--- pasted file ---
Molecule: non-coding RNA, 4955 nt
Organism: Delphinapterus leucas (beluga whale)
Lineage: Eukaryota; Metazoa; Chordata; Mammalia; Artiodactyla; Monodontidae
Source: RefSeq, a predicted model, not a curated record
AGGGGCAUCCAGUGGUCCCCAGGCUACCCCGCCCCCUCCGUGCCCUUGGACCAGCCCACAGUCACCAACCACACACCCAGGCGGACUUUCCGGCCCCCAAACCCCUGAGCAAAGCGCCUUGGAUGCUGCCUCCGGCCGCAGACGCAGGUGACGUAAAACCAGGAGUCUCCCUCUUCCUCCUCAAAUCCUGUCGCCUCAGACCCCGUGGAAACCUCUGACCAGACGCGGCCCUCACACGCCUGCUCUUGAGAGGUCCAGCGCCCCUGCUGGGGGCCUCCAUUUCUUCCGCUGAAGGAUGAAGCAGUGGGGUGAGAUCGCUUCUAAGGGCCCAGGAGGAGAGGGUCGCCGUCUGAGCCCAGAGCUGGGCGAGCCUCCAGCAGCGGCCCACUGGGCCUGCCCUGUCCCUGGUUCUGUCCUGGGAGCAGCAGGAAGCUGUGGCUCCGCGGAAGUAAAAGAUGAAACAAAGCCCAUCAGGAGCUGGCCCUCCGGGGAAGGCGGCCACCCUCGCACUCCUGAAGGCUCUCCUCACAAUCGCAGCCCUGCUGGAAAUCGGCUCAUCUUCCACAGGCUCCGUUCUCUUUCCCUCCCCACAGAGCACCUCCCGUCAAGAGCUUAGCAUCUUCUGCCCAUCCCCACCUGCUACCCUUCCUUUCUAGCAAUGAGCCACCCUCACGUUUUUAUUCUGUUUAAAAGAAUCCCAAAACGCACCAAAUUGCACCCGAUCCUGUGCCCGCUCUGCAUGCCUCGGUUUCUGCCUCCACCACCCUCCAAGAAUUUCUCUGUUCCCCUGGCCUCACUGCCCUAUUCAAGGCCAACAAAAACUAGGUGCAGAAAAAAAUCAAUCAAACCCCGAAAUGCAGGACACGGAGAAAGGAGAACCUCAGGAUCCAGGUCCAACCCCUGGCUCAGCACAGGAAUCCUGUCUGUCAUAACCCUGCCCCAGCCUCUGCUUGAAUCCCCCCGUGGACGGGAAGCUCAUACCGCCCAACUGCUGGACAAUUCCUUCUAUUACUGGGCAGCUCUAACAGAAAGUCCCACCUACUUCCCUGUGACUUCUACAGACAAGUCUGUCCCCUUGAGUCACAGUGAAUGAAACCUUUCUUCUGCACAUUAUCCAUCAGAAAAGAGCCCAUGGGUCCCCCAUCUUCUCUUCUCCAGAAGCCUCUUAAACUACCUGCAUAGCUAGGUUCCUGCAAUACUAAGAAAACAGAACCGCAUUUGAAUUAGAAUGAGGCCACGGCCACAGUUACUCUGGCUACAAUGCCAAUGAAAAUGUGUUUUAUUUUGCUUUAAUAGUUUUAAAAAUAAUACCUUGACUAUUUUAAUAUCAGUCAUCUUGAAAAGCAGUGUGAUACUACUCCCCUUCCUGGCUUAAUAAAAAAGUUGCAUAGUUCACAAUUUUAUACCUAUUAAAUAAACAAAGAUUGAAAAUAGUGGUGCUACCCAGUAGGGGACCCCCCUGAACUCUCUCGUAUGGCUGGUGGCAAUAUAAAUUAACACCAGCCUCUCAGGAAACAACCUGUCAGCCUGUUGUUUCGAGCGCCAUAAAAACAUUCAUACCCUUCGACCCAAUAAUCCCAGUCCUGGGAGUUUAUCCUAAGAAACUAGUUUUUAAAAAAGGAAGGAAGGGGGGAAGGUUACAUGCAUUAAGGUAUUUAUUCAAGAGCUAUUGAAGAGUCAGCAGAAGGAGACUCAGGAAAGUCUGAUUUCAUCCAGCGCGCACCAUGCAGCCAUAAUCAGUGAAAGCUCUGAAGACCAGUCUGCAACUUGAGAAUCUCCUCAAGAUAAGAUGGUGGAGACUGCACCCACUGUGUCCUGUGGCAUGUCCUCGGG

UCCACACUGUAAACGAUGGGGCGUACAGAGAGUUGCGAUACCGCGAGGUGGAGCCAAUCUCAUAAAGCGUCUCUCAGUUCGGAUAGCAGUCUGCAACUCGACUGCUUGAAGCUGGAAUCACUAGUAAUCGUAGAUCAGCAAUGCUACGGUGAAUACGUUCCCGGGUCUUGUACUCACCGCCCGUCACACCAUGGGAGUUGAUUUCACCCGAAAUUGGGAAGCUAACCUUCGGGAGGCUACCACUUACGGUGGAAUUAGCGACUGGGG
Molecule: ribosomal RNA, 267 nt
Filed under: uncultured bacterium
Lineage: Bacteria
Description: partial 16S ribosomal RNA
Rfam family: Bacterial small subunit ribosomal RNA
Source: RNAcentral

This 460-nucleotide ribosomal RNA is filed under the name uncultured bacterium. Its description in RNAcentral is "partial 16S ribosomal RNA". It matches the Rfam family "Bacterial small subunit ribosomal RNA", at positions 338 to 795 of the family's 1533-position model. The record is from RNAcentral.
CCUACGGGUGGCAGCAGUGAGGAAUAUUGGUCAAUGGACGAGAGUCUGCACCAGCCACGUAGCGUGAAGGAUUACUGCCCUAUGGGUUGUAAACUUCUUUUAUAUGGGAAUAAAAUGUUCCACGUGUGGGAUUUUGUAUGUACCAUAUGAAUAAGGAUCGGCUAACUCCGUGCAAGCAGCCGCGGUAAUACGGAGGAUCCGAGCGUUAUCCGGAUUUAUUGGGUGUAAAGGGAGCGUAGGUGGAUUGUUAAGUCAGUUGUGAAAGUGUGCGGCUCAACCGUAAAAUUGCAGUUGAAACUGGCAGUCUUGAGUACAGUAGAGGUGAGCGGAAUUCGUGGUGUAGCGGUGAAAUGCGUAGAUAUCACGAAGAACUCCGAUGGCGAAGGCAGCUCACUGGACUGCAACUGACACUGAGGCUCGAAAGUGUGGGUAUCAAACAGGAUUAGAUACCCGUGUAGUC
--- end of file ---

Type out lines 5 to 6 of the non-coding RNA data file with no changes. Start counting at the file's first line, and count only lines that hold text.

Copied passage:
AGGGGCAUCCAGUGGUCCCCAGGCUACCCCGCCCCCUCCGUGCCCUUGGACCAGCCCACAGUCACCAACCACACACCCAGGCGGACUUUCCGGCCCCCAAACCCCUGAGCAAAGCGCCUUGGAUGCUGCCUCCGGCCGCAGACGCAGGUGACGUAAAACCAGGAGUCUCCCUCUUCCUCCUCAAAUCCUGUCGCCUCAGACCCCGUGGAAACCUCUGACCAGACGCGGCCCUCACACGCCUGCUCUUGAGAGGUCCAGCGCCCCUGCUGGGGGCCUCCAUUUCUUCCGCUGAAGGAUGAAGCAGUGGGGUGAGAUCGCUUCUAAGGGCCCAGGAGGAGAGGGUCGCCGUCUGAGCCCAGAGCUGGGCGAGCCUCCAGCAGCGGCCCACUGGGCCUGCCCUGUCCCUGGUUCUGUCCUGGGAGCAGCAGGAAGCUGUGGCUCCGCGGAAGUAAAAGAUGAAACAAAGCCCAUCAGGAGCUGGCCCUCCGGGGAAGGCGGCCACCCUCGCACUCCUGAAGGCUCUCCUCACAAUCGCAGCCCUGCUGGAAAUCGGCUCAUCUUCCACAGGCUCCGUUCUCUUUCCCUCCCCACAGAGCACCUCCCGUCAAGAGCUUAGCAUCUUCUGCCCAUCCCCACCUGCUACCCUUCCUUUCUAGCAAUGAGCCACCCUCACGUUUUUAUUCUGUUUAAAAGAAUCCCAAAACGCACCAAAUUGCACCCGAUCCUGUGCCCGCUCUGCAUGCCUCGGUUUCUGCCUCCACCACCCUCCAAGAAUUUCUCUGUUCCCCUGGCCUCACUGCCCUAUUCAAGGCCAACAAAAACUAGGUGCAGAAAAAAAUCAAUCAAACCCCGAAAUGCAGGACACGGAGAAAGGAGAACCUCAGGAUCCAGGUCCAACCCCUGGCUCAGCACAGGAAUCCUGUCUGUCAUAACCCUGCCCCAGCCUCUGCUUGAAUCCCCCCGUGGACGGGAAGCUCAUACCGCCCAACUGCUGGACAAUUCCUUCUAUUACUGGGCAGCUCUAACAGAAAGUCCCACCUACUUCCCUGUGACUUCUACAGACAAGUCUGUCCCCUUGAGUCACAGUGAAUGAAACCUUUCUUCUGCACAUUAUCCAUCAGAAAAGAGCCCAUGGGUCCCCCAUCUUCUCUUCUCCAGAAGCCUCUUAAACUACCUGCAUAGCUAGGUUCCUGCAAUACUAAGAAAACAGAACCGCAUUUGAAUUAGAAUGAGGCCACGGCCACAGUUACUCUGGCUACAAUGCCAAUGAAAAUGUGUUUUAUUUUGCUUUAAUAGUUUUAAAAAUAAUACCUUGACUAUUUUAAUAUCAGUCAUCUUGAAAAGCAGUGUGAUACUACUCCCCUUCCUGGCUUAAUAAAAAAGUUGCAUAGUUCACAAUUUUAUACCUAUUAAAUAAACAAAGAUUGAAAAUAGUGGUGCUACCCAGUAGGGGACCCCCCUGAACUCUCUCGUAUGGCUGGUGGCAAUAUAAAUUAACACCAGCCUCUCAGGAAACAACCUGUCAGCCUGUUGUUUCGAGCGCCAUAAAAACAUUCAUACCCUUCGACCCAAUAAUCCCAGUCCUGGGAGUUUAUCCUAAGAAACUAGUUUUUAAAAAAGGAAGGAAGGGGGGAAGGUUACAUGCAUUAAGGUAUUUAUUCAAGAGCUAUUGAAGAGUCAGCAGAAGGAGACUCAGGAAAGUCUGAUUUCAUCCAGCGCGCACCAUGCAGCCAUAAUCAGUGAAAGCUCUGAAGACCAGUCUGCAACUUGAGAAUCUCCUCAAGAUAAGAUGGUGGAGACUGCACCCACUGUGUCCUGUGGCAUGUCCUCGGG

UCCACACUGUAAACGAUGGGGCGUACAGAGAGUUGCGAUACCGCGAGGUGGAGCCAAUCUCAUAAAGCGUCUCUCAGUUCGGAUAGCAGUCUGCAACUCGACUGCUUGAAGCUGGAAUCACUAGUAAUCGUAGAUCAGCAAUGCUACGGUGAAUACGUUCCCGGGUCUUGUACUCACCGCCCGUCACACCAUGGGAGUUGAUUUCACCCGAAAUUGGGAAGCUAACCUUCGGGAGGCUACCACUUACGGUGGAAUUAGCGACUGGGG